Ostrich (Struthio camelus)
Birds

Ostrich (Struthio camelus)

Kingdom of the Wild

Area:
Africa, and has been introduced to southern Australia
Status:
Least concern
Quick Fact:

The ostrich is the only bird to have just 2 toes, one of which has a formidable 10 cm long claw!

African Crowned Crane (Balearica regulorum gibbericeps)
Birds

African Crowned Crane (Balearica regulorum gibbericeps)

Kingdom of the Wild

Area:
East Africa
Status:
Endangaered
Quick Fact:

The Crowned cranes are recognisable from the stiff golden feathers which is on the top of their head

Rainbow Lorikeets (Trichoglossus moluccanus)
Birds

Rainbow Lorikeets (Trichoglossus moluccanus)

Australian Rainbows

Area:
Australia
Status:
Least concern
Quick Fact:

The Rainbow Lorikeet mostly forages on the flowers of shrubs or trees to harvest nectar and pollen, but also eats fruits, seeds and some insects.

They are often seen in loud and fast-moving flocks.

Chilean Flamingos (Phoenicopterus Chilensis)
Birds

Chilean Flamingos (Phoenicopterus Chilensis)

Otter Creek

Area:
South America
Status:
Near Threatened
Quick Fact:

Flamingos have bristtle-like tongues to filter water and food.

Their pink feathers come from the pigments in their diet.

Ruppell’s Griffon Vulture (Gyps rueppellii)
Birds

Ruppell’s Griffon Vulture (Gyps rueppellii)

Vulture Valley

Area:
Sub-Saharan Africa
Status:
Critically endangered
Quick Fact:

Vultures have bald heads to stop them getting dirty whilst eating!

Griffons can consume more than 3 pounds of meat in 4 to 5 minutes.

Andean Condor (Vultur gryphus)
Birds

Andean Condor (Vultur gryphus)

World of Wings

Area:
The high Andes and the shores of the Peruvian coast
Status:
Near threatened, listed on Appendix I of CITES and listed on Appendix II of the Convention on Migratory Species (CMS)
Quick Fact:

As one of the largest flying birds in the world, as it soars gracefully on huge, motionless wings.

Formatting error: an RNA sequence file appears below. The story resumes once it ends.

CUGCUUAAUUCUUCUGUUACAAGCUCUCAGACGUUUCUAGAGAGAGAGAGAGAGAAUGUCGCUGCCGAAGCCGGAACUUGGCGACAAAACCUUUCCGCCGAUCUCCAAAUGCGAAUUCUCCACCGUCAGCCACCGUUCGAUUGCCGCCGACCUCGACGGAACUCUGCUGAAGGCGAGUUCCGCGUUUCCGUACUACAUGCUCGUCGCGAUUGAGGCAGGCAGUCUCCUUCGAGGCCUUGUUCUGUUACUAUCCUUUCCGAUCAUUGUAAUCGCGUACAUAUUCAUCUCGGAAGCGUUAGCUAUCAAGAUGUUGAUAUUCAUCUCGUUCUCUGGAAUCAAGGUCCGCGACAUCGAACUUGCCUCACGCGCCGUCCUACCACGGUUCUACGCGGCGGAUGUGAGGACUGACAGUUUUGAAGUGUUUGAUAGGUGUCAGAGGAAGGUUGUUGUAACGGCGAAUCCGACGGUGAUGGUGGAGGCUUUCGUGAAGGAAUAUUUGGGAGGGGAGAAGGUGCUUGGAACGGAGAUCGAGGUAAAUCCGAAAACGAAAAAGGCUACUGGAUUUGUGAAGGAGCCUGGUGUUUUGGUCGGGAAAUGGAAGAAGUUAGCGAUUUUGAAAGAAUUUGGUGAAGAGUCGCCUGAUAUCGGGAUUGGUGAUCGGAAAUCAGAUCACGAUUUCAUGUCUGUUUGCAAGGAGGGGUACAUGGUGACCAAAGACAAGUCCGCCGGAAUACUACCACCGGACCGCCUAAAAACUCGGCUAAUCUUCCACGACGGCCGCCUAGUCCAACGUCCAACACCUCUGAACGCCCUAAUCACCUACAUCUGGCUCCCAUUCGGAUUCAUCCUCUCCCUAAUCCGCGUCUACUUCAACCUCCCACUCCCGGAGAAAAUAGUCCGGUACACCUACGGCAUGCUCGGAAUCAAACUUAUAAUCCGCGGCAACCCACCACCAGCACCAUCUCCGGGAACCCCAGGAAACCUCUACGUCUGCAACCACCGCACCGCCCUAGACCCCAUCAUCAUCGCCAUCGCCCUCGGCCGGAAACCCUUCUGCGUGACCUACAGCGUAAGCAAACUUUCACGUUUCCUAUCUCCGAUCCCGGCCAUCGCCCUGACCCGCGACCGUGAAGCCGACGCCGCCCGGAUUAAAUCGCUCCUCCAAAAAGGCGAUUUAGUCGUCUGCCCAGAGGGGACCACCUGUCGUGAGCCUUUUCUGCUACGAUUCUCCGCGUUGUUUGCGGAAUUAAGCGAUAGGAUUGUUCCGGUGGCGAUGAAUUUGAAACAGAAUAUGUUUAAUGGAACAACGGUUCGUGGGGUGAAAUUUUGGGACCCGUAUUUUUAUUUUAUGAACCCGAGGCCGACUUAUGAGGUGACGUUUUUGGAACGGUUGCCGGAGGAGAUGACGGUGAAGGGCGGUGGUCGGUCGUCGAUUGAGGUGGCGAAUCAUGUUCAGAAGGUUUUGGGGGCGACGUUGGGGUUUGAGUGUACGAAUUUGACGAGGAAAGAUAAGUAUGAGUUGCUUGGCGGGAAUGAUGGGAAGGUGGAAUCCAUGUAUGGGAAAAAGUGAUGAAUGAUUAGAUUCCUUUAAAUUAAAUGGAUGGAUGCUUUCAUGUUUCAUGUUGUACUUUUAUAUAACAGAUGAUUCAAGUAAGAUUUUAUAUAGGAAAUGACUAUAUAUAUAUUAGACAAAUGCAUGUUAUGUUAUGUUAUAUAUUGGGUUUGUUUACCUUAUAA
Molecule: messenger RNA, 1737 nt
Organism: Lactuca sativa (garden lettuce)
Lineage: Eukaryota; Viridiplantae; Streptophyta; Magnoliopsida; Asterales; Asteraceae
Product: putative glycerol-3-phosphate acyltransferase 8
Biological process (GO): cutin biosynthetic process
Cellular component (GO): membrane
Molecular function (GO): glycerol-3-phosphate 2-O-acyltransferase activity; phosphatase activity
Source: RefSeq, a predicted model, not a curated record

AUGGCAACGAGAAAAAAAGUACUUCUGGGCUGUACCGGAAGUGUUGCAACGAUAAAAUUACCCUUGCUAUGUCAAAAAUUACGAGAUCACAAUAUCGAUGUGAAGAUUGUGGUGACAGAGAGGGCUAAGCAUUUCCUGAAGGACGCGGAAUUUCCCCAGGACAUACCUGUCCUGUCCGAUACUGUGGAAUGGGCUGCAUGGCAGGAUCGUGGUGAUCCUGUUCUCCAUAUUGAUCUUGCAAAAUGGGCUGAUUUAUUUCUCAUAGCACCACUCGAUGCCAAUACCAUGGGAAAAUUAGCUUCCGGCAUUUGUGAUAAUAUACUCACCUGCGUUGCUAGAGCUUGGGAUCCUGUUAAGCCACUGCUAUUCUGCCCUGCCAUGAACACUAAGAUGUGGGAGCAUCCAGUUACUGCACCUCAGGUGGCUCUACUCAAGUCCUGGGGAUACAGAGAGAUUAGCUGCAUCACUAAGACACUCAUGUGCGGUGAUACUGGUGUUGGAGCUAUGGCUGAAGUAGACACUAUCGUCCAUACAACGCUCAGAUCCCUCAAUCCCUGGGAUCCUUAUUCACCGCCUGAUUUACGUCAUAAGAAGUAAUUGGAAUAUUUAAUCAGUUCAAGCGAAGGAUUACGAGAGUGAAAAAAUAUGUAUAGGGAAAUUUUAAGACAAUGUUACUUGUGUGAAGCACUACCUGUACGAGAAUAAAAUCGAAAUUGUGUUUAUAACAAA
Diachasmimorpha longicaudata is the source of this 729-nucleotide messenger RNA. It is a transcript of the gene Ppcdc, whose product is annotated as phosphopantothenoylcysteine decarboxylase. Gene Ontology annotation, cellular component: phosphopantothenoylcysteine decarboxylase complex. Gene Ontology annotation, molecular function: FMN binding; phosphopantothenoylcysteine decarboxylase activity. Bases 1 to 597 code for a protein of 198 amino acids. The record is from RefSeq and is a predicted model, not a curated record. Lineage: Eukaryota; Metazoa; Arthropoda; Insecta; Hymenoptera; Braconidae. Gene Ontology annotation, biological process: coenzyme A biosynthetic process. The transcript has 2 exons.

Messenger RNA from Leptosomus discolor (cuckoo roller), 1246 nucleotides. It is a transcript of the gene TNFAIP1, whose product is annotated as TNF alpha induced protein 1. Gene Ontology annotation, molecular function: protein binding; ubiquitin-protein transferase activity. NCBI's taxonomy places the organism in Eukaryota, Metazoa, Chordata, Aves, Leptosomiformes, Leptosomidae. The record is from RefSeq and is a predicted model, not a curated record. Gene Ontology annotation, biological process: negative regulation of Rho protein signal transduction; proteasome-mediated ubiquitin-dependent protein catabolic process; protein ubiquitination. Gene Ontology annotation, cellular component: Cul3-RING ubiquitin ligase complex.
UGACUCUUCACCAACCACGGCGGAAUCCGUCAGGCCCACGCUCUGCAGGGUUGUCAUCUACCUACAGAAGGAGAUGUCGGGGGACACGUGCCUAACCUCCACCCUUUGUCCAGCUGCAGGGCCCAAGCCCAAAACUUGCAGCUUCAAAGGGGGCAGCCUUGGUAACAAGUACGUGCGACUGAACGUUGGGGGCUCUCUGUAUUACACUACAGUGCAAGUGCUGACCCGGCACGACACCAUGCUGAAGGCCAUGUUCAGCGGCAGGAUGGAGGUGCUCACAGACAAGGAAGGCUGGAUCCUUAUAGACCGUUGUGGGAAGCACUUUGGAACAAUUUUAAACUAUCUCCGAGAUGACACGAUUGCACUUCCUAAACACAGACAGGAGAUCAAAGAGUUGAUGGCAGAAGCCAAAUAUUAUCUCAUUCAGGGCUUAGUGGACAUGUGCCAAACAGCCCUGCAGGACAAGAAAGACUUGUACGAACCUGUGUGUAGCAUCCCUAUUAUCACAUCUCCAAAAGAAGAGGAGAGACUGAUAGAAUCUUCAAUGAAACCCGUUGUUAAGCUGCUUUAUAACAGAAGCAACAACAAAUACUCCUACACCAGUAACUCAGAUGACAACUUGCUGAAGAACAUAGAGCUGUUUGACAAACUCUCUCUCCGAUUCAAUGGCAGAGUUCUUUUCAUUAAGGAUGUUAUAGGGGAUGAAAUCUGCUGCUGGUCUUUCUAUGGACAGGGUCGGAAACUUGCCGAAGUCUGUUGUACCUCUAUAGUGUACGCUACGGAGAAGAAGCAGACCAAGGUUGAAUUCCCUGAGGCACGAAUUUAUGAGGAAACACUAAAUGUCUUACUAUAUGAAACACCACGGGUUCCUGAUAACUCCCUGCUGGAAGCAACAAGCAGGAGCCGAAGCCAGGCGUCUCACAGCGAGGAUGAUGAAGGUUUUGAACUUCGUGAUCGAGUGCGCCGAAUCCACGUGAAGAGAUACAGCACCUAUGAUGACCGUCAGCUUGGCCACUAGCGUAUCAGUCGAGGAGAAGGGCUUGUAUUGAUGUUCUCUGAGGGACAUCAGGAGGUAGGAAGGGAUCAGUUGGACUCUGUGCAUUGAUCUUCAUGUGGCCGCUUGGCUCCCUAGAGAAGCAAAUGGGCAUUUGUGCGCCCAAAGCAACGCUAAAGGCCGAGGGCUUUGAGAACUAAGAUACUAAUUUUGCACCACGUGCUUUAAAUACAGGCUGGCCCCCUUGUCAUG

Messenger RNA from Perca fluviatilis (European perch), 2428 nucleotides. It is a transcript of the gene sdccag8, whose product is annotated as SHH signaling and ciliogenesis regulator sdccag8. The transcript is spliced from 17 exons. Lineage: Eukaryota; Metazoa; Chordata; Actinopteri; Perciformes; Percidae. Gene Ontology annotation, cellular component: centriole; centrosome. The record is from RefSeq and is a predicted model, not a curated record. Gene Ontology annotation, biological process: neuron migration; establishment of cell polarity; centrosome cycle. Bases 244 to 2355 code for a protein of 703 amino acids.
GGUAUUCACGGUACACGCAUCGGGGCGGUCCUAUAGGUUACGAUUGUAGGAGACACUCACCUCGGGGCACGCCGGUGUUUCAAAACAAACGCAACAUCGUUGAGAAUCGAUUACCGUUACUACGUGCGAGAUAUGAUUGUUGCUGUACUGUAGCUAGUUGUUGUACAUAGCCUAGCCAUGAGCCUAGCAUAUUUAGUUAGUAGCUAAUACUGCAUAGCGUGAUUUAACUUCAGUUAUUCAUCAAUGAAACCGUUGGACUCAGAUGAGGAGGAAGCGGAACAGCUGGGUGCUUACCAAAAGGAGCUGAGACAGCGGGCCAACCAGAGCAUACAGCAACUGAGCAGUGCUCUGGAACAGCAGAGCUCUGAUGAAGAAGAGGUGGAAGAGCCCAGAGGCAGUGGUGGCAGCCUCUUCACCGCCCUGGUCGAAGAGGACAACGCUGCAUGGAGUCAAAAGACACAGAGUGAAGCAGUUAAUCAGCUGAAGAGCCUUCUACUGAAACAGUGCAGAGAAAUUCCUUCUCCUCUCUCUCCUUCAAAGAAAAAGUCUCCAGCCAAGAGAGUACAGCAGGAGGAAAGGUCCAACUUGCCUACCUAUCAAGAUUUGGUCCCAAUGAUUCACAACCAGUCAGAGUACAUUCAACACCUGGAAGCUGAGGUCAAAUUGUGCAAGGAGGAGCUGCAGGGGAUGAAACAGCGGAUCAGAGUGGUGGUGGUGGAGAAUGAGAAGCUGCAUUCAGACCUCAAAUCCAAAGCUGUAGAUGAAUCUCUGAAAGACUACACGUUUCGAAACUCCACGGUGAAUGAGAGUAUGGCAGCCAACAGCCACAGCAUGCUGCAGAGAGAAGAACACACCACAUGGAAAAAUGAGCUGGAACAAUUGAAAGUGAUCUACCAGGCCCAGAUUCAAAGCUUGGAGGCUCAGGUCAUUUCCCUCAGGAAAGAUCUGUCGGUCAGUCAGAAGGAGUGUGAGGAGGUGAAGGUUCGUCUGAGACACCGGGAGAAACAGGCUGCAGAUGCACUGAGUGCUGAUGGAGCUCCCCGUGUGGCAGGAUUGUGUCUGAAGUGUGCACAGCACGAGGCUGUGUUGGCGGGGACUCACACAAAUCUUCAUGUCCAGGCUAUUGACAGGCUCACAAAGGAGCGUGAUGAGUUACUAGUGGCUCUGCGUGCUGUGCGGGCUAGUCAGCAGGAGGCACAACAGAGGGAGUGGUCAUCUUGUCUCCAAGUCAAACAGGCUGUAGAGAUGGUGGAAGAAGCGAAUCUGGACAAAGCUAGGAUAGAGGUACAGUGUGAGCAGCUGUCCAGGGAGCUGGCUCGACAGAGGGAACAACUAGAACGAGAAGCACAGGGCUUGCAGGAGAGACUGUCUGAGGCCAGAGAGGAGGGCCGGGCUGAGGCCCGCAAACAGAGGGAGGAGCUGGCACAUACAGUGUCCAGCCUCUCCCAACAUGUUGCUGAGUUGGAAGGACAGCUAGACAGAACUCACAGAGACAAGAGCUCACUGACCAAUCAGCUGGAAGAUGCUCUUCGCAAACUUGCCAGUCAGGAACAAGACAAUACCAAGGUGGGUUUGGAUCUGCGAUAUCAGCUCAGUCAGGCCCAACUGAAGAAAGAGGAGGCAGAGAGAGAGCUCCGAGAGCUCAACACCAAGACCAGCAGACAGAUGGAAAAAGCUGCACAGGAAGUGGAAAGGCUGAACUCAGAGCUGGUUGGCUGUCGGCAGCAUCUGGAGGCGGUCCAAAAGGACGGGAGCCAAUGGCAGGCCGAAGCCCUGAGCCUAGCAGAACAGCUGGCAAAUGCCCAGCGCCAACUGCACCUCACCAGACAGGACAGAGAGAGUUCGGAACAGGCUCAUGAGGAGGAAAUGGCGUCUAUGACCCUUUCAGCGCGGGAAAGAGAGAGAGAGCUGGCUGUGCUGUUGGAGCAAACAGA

Like many birds of prey they spend a lot of time soaring around searching for food. If one condor drops to the ground after spotting a carcass others will follow to investigate, leading to old beliefs that the birds were telepathic.

Great Grey Owl (Strix nebulosa)
Birds

Great Grey Owl (Strix nebulosa)

World of Wings

Area:
Alaska, Canada, North America, North Europe and Asia
Status:
Least concern and listed on Appendix II of CITES
Quick Fact:

The great grey owl is one of the world's most instantly recognisable birds of prey. The great grey owl is almost all feathers for insulation, underneath its body is no bigger than a tawny owl.

 

 

 

Humboldt Penguin (Spheniscus humboldti)
Birds

Humboldt Penguin (Spheniscus humboldti)

Penguin Shores

Area:
Peru and Chile and islands off the west coast of South America
Status:
Vulnerable, listed on Appendix I of CITES
Encounter:
11:30 & 15:00
Quick Fact:

Humboldt Penguins are monogamous, meaning they only have one partner through their breeding life.

All of the penguins have individual patterns of spots on their chest and their own characters, they are also tagged for identification.

Penguin encounters take place at Inca Trail.

See what penguins you can identify during your next visit!

King Vulture (Sarcoramphus papa)
Birds

King Vulture (Sarcoramphus papa)

World of Wings

Area:
Central America, south as far as southern Brazil
Status:
Least concern and listed on Appendix III of CITES
Quick Fact:

Like most vultures, king vultures have a bald head to stop any feathers getting dirty whilst they are eating which also prevents a build up of bacteria.

King vultures are believed to mate for live, which can be around 30 years in the wild.

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Rhinoceros Hornbill (Buceros rhinoceros)
Birds

Rhinoceros Hornbill (Buceros rhinoceros)

Wilds of Asia

Area:
Brunei Darussalam; Indonesia; Malaysia; Thailand
Status:
Near Threatened and Appendix II of CITES.
Quick Fact:

The Rhinoceros Hornbill has a prominent golden-yellow horn, called a casque, on the top of its beak. The casque is a hollow structure made up of keratin (the same material as human fingernails) and acts as a resonating chamber, amplifying the bird’s calls.

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